London — Death is a thief that no one can catch. This African proverb contains a deep truth.
However, it is not only the timing, but the manner in which death sometimes comes that compounds
our pain and leaves human beings bewildered and confused beyond words.
It is also said that birth is accidental, but death is certain, which means that death is something we all have to accept as an unpleasant part of human existence.
But when we come across instances of sudden or untimely deaths, such as the passing away of Adam Ndlovu, we all wish we could force the messenger of death to announce his coming in advance.
My own parents died in 2001 and 2004 respectively. The hardest part for me, on both occasions, was staring in the grave and being hit by the finality of leaving mum and dad in the ground. Death is very real, very cruel and very painful. This is a simple, objective, unchanging fact.
Such is the pain I felt when news of Adam's sudden death reached me that I found myself wishing I could pen a personal tribute to the former Highlanders and Zimbabwe forward.
Thanks to The Herald, I'm able to bid farewell to an old friend using a public platform. This is only the second time in my journalism career that I have felt compelled to write a tribute of this nature.
The other person whose death moved me was Reinhard Fabisch -- a man whose time in charge of the "Dream Team" coach was lauded to the skies.
"If you don't have an ego, especially in sport, you're not going to go very far," someone once said.
I'm convinced Adam -- who contributed vital goals to the cause of the ultra-competitive Highlanders side of the 1990s -- never came across that quote because he certainly had no ego.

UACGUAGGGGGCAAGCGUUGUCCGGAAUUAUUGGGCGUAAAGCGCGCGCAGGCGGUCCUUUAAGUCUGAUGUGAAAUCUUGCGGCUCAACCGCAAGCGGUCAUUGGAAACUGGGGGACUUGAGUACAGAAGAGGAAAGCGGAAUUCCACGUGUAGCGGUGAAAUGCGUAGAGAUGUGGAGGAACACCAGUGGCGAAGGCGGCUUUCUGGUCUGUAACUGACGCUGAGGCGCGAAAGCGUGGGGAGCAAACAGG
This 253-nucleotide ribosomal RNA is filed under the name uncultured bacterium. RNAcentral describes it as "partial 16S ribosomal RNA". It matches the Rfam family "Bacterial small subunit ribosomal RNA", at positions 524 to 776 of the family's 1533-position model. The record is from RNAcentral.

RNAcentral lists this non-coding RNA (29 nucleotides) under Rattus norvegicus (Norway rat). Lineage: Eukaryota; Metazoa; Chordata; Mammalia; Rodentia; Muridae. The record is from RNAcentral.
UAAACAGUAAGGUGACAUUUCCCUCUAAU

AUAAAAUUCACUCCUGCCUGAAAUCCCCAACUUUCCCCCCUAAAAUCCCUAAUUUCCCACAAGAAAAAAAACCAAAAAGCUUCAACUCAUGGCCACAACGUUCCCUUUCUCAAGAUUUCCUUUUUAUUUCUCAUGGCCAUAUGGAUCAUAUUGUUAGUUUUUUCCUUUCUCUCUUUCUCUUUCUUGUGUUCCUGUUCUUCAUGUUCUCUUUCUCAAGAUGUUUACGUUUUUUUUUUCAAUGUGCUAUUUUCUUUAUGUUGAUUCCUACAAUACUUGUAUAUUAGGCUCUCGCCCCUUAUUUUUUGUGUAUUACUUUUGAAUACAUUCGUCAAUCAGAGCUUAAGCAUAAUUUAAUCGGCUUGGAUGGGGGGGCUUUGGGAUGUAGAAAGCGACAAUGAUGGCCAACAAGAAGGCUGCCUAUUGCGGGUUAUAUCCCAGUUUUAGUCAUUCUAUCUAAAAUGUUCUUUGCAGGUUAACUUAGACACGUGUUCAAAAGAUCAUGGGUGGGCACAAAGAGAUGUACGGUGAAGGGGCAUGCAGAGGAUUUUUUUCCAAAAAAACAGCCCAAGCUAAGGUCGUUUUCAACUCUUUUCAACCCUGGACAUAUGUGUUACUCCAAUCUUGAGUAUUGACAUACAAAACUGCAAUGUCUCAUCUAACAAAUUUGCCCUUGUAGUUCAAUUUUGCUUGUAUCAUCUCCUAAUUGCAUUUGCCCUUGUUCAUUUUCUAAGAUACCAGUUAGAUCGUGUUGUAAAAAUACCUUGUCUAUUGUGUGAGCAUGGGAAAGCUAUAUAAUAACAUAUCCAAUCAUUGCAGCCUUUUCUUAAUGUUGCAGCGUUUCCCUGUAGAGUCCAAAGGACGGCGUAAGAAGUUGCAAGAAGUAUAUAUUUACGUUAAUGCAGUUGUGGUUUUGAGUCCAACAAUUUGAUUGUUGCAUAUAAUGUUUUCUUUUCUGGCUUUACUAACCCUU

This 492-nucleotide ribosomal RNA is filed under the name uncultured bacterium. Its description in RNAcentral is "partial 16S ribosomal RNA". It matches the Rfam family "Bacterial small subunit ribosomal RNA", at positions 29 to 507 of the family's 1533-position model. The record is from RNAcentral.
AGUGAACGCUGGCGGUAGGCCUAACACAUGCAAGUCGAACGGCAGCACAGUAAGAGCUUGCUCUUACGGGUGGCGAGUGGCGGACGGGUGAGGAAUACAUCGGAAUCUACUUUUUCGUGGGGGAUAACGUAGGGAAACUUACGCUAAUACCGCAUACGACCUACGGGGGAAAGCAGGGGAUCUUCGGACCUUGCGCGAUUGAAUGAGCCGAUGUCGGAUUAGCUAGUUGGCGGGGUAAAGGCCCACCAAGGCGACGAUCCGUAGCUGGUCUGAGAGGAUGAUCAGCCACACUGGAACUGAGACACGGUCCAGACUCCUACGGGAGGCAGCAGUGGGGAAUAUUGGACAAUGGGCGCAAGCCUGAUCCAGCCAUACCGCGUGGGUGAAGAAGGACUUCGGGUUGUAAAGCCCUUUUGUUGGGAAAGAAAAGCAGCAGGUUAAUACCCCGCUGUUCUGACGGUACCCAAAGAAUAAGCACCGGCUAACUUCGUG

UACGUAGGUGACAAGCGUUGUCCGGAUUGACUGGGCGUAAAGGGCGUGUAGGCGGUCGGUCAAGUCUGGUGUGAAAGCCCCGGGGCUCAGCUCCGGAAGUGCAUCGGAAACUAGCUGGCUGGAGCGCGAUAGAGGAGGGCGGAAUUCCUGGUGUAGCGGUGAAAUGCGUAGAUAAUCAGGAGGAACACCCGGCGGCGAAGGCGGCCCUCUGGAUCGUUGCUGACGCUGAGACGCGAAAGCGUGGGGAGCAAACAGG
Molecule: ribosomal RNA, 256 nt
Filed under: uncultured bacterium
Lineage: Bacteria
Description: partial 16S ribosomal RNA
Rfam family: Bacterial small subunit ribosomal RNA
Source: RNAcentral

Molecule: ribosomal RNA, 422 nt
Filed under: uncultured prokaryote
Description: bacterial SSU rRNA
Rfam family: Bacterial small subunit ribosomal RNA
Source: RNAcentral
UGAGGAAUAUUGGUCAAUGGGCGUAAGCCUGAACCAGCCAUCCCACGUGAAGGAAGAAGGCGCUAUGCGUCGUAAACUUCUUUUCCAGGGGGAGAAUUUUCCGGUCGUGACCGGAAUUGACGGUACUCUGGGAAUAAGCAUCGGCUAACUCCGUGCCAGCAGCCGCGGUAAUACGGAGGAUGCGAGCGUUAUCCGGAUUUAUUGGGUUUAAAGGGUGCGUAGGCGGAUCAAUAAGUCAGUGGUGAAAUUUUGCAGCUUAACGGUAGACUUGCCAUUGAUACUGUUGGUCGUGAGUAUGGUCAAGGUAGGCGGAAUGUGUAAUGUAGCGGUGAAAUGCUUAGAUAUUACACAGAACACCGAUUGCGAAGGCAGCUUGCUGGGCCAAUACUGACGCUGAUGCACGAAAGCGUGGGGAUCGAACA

He was the antithesis of the modern footballer, a star who abhorred the razzmatazz. Indeed, he was an engagingly modest individual with no delusions of grandeur, cheerful and unfailingly polite.
Whenever I travelled with the Warriors, I found him to be an affable and courteous footballer, a natural lifter of team-mates' spirits, and always willing to speak to journalists.
Adam possessed an explosive right-foot shot and was blessed with a goal-poacher's instinct for being in the right position at the right time.
He was quick, often blindingly so, and had a habit of pouncing with sudden venom to score goals seemingly out of nothing.
I'm sure there are many others besides myself, who regarded him as one of the major personalities of the fabulous Highlanders team that also included the dazzling talents of his two brothers, Peter and Madinda, Willard Khumalo, Siza Khoza and Benjamin Nkonjera, to name but a few. After years of ruining the reputations of defenders and goalkeepers alike, Adam threw himself into coaching with characteristic enthusiasm and vigour, and signs of a successful time in the dug-out were evident as he worked his socks off for Chicken Inn.
Adam's longevity at the top level of the game was underpinned by a remarkable dedication to his profession.
It is my humble opinion that there has been no more thoughtful, open-minded or passionate student of football than Adamski.
He was a player whom people would travel long distances to watch and happily part with hard-earned cash for the privilege.
But there was more to his appeal than an impressive football pedigree. He was also blessed with an infectiously sunny outlook on life in general. Above all else, Adam Ndlovu was a real gentleman.
I wish I could say Adam Ndlovu IS a real gentleman. Sadly, that is no longer possible. Death is, indeed, the greatest enemy of the human race.
Farai Mungazi is a Zimbabwean journalist who works for BBC Sport.